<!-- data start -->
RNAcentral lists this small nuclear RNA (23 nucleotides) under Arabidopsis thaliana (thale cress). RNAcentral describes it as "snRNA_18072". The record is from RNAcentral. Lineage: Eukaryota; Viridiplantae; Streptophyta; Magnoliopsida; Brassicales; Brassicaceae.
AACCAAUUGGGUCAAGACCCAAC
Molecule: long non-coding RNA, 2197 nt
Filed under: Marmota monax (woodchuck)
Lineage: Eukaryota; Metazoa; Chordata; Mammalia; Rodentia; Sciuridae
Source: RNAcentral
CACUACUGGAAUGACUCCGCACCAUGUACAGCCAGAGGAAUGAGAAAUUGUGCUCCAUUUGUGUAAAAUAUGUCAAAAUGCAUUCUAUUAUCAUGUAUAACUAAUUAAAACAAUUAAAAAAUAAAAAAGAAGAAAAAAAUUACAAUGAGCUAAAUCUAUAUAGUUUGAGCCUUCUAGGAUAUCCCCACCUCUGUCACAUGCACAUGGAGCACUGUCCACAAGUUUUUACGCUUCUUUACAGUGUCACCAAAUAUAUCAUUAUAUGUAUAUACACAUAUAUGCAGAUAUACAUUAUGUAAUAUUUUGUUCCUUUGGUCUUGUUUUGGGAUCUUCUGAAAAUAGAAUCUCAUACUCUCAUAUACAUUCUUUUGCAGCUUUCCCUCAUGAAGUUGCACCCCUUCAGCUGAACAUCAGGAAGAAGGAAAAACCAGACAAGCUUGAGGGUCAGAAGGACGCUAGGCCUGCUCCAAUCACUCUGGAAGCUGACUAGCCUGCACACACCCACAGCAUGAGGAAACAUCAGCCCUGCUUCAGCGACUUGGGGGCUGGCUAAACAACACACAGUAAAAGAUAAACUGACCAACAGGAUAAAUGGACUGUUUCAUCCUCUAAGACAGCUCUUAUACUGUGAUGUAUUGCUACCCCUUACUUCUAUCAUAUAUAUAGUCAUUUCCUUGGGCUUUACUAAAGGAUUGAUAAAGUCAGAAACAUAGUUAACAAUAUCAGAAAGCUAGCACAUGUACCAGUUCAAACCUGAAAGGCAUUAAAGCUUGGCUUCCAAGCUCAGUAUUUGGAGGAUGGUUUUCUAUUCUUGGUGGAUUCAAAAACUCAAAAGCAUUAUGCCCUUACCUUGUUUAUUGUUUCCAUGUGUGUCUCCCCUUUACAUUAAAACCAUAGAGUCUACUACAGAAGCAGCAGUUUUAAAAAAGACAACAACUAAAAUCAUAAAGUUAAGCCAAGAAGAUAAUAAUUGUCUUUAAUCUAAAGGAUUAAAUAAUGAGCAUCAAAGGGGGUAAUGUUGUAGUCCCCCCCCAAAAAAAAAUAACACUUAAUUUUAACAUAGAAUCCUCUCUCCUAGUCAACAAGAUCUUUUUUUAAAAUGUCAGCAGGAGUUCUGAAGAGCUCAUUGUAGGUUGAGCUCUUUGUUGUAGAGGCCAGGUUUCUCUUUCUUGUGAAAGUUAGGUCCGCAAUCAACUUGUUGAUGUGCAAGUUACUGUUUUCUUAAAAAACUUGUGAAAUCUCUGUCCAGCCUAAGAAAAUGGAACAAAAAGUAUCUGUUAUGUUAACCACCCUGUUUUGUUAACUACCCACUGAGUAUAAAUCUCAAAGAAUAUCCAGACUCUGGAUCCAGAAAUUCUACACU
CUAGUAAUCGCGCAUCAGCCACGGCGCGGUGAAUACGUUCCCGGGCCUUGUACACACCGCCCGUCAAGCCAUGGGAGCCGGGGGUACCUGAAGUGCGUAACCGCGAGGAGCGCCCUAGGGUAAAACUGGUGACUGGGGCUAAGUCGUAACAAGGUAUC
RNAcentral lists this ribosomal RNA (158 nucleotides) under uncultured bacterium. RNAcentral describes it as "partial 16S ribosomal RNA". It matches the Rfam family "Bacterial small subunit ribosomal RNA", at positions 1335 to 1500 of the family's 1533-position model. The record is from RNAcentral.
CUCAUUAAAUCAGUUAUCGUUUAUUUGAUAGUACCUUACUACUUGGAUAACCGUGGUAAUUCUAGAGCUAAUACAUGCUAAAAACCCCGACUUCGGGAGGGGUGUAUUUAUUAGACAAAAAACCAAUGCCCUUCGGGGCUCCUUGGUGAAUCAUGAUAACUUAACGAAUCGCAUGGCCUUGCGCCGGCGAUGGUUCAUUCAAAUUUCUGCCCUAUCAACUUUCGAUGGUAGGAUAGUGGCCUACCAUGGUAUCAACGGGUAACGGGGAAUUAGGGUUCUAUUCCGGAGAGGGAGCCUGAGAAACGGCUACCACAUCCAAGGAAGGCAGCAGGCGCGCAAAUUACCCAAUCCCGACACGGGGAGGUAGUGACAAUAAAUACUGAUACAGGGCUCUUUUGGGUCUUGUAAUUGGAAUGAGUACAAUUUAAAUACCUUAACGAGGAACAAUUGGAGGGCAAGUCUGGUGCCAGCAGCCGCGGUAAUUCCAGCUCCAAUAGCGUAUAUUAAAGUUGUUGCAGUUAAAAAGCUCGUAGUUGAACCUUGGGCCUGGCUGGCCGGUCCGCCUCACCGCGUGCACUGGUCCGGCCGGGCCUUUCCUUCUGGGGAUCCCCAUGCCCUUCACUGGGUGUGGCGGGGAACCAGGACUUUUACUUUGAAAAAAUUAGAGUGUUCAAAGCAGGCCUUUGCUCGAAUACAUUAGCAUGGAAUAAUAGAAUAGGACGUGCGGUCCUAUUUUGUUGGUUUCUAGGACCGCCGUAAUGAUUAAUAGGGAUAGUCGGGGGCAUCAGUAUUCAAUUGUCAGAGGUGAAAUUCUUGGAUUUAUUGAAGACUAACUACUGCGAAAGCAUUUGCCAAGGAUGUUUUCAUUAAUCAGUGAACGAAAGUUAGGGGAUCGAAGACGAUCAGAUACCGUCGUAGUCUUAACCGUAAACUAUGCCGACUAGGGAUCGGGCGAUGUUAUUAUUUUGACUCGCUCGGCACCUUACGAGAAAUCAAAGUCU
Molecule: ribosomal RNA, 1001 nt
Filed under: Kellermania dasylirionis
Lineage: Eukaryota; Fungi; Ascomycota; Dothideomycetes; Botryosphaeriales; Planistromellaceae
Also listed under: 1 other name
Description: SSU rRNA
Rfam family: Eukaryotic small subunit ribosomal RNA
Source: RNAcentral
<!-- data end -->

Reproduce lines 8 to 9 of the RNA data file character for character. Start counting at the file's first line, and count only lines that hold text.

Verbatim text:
CUAGUAAUCGCGCAUCAGCCACGGCGCGGUGAAUACGUUCCCGGGCCUUGUACACACCGCCCGUCAAGCCAUGGGAGCCGGGGGUACCUGAAGUGCGUAACCGCGAGGAGCGCCCUAGGGUAAAACUGGUGACUGGGGCUAAGUCGUAACAAGGUAUC
RNAcentral lists this ribosomal RNA (158 nucleotides) under uncultured bacterium. RNAcentral describes it as "partial 16S ribosomal RNA". It matches the Rfam family "Bacterial small subunit ribosomal RNA", at positions 1335 to 1500 of the family's 1533-position model. The record is from RNAcentral.